U.N. Sends 4 Peacekeeepers Home for Alleged Child Sex Abuse in Southern Sudan

Four U.N. peacekeepers in southern Sudan have been sent home in the past year following investigations of alleged sexual abuse and the United Nations is looking into reports that more than 20 children were raped and abused, the U.N. spokeswoman said Wednesday.

Michele Montas said the United Nations was "deeply concerned" by a report in a British newspaper alleging that U.N. personnel in Juba, the capital of southern Sudan, were involved in sexual exploitation and abuse. The U.N. was trying to determine whether the allegations were new or involved existing cases already under investigation.

The Daily Telegraph, citing an internal report by the U.N. children's agency along with interviews with more than 20 victims of the purported abuse, reported that the alleged abuse began two years ago when the U.N. Mission in Southern Sudan, known as UNMIS, arrived to help maintain peace in the region after a more than two-decade civil war.

"The first indications of sexual exploitation emerged within months of the U.N. force's arrival and The Daily Telegraph has seen a draft of an internal report compiled by the U.N. children's agency UNICEF in July 2005 detailing the problem," the paper reported on its Web site. "Evidence suggests that UNMIS staff may already be involved in sexual exploitation."

A 14-year-old boy told the newspaper: "I was sitting by the river the first time it happened." A 13-year-old boy told the paper he was lured to a U.N. car with the offer of cash, abused and dumped by the side of a road.

Montas told reporters the UNICEF report "did not talk about sexual abuses from U.N. peacekeepers."

"They spoke about sexual abuses on the part of the Sudanese military," she said.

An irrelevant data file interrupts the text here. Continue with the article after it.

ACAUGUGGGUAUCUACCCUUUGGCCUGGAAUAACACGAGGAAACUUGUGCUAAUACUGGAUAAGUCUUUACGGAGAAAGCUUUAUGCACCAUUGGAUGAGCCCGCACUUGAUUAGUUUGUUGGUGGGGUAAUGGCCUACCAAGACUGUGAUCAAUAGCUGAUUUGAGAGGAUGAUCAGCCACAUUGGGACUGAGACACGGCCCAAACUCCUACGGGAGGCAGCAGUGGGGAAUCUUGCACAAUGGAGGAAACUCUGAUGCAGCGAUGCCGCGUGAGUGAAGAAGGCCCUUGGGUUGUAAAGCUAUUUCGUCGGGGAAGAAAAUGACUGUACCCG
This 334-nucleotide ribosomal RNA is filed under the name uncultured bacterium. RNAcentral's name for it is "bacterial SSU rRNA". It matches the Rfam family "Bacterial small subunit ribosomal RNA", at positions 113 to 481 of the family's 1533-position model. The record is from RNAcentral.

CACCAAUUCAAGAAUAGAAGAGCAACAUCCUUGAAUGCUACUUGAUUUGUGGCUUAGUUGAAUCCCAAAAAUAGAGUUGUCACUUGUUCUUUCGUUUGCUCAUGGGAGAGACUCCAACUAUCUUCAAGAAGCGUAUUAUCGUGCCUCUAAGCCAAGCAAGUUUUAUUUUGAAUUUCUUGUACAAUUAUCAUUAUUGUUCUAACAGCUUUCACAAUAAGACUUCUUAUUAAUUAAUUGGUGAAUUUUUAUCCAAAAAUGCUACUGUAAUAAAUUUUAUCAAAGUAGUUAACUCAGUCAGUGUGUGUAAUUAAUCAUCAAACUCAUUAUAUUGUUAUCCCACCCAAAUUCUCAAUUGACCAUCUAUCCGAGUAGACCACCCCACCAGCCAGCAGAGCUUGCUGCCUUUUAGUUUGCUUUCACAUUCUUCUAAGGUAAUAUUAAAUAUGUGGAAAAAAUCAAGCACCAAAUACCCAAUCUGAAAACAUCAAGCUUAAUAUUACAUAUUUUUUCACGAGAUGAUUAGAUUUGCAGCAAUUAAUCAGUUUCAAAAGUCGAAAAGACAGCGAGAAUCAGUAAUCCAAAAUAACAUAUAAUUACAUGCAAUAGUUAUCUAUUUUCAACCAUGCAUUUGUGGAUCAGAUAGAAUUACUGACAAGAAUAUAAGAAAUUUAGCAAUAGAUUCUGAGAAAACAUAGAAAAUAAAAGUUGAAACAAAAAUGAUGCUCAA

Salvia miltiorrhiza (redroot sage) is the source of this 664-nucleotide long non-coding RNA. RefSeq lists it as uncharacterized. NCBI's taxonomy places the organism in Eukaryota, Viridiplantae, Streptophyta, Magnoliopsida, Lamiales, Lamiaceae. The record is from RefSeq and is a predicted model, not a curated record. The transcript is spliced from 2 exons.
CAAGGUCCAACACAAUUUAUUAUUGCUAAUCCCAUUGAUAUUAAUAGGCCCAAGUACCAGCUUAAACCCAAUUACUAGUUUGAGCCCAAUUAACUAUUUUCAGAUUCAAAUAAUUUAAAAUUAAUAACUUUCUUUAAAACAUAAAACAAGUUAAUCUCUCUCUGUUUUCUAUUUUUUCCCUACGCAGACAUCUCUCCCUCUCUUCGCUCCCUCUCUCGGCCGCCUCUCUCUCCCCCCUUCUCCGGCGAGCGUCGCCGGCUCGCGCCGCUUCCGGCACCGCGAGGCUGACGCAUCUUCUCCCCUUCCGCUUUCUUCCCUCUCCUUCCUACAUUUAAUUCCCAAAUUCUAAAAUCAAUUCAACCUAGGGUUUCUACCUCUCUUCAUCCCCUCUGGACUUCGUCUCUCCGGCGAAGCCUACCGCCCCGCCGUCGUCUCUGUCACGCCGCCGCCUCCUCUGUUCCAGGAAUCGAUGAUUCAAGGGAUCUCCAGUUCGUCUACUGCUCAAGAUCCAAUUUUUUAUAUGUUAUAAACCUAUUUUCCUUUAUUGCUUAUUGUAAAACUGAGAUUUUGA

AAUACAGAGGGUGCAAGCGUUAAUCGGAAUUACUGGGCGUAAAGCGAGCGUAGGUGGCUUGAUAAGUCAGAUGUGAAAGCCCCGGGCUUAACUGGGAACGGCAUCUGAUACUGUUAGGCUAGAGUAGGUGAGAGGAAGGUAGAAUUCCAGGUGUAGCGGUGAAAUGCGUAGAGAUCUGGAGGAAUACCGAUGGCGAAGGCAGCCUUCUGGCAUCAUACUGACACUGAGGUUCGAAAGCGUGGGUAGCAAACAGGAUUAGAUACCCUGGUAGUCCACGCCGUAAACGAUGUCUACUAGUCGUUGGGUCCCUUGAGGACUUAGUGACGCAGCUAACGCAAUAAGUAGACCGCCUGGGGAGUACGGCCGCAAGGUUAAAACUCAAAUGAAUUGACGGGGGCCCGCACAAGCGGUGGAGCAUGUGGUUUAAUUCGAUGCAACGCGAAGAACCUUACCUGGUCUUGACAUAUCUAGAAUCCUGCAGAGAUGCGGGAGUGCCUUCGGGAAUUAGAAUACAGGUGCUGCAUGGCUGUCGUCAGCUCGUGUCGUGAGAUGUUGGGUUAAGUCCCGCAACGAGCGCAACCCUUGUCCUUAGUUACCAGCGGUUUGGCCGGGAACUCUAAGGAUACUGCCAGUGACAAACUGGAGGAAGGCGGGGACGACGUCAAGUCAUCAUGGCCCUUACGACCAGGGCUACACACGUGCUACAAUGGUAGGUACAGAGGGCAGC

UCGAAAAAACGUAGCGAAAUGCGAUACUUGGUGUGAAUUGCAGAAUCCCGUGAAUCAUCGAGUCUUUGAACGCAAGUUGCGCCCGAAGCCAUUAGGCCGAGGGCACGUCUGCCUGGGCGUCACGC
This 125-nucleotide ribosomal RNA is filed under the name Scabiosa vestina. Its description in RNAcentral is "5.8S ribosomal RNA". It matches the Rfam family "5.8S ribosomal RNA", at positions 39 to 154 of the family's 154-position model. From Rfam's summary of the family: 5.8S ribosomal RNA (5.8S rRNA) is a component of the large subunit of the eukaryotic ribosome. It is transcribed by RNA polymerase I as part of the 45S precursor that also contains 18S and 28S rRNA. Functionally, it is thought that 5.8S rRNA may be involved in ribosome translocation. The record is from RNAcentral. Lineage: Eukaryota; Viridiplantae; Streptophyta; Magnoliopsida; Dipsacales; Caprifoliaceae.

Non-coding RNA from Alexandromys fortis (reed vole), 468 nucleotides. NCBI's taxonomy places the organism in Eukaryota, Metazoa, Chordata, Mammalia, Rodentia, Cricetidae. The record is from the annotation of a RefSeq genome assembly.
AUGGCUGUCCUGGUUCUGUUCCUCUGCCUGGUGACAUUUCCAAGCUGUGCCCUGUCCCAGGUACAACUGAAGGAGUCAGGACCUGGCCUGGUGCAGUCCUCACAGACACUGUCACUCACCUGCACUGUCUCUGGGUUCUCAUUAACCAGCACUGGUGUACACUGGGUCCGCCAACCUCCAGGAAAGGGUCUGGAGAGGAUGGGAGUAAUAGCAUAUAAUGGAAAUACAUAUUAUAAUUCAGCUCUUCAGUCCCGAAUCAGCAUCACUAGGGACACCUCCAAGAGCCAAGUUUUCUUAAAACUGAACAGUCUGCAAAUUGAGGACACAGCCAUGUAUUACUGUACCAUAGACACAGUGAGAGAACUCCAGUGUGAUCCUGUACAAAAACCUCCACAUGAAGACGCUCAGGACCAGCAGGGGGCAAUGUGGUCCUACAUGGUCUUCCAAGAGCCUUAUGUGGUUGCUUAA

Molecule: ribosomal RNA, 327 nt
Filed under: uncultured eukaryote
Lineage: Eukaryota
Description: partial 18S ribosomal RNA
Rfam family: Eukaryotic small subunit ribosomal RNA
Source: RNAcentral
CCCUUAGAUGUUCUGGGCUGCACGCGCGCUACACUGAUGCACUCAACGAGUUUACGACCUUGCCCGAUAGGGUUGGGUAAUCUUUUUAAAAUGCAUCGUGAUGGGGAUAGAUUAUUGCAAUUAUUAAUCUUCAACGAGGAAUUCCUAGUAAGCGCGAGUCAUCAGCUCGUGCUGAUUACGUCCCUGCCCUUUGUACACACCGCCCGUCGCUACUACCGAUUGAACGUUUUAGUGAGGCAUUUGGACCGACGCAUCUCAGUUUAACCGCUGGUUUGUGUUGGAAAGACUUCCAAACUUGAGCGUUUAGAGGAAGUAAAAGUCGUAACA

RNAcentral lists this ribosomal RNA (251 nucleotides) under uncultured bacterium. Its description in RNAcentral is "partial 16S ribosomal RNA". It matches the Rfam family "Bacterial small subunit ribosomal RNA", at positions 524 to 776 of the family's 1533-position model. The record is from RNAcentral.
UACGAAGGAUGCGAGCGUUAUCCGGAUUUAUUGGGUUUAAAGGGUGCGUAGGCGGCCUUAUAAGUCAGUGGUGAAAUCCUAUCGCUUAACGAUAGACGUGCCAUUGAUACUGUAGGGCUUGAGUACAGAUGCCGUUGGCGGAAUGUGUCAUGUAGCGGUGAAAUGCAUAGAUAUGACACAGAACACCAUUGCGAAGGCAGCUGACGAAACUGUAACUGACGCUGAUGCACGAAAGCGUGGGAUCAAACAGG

Nonetheless, Montas said, "the U.N. is very concerned about this issue and over and over again repeated its determination to end sexual abuse by peacekeepers."

"The U.N. standard on this issue is clear — zero tolerance, meaning zero complacency and zero impunity," she said.

The Office of Internal Oversight Services, the U.N.'s internal watchdog known as OIOS, has a team permanently based in Sudan, where more than 11,000 peacekeepers, police and international civilian staff are based and it investigates all allegations of abuse. OIOS also has teams in Congo, Liberia and Haiti, where the U.N. has other large peacekeeping operations.

"Over the past year, as a result of U.N. investigations, four UNMIS peacekeepers have already been repatriated," Montas said. The nationalities of the peacekeepers was not released.

While allegations of abuse have dogged peacekeeping missions since their inception more than 50 years ago, the issue was thrust into the spotlight after the United Nations found in early 2005 that peacekeepers in Congo had sex with Congolese women and girls, usually in exchange for food or small sums of money.

The U.N. peacekeeping department instituted a new code of conduct for peacekeepers, new training for officers and all U.N. personnel, and reinforced messages against sexual abuse.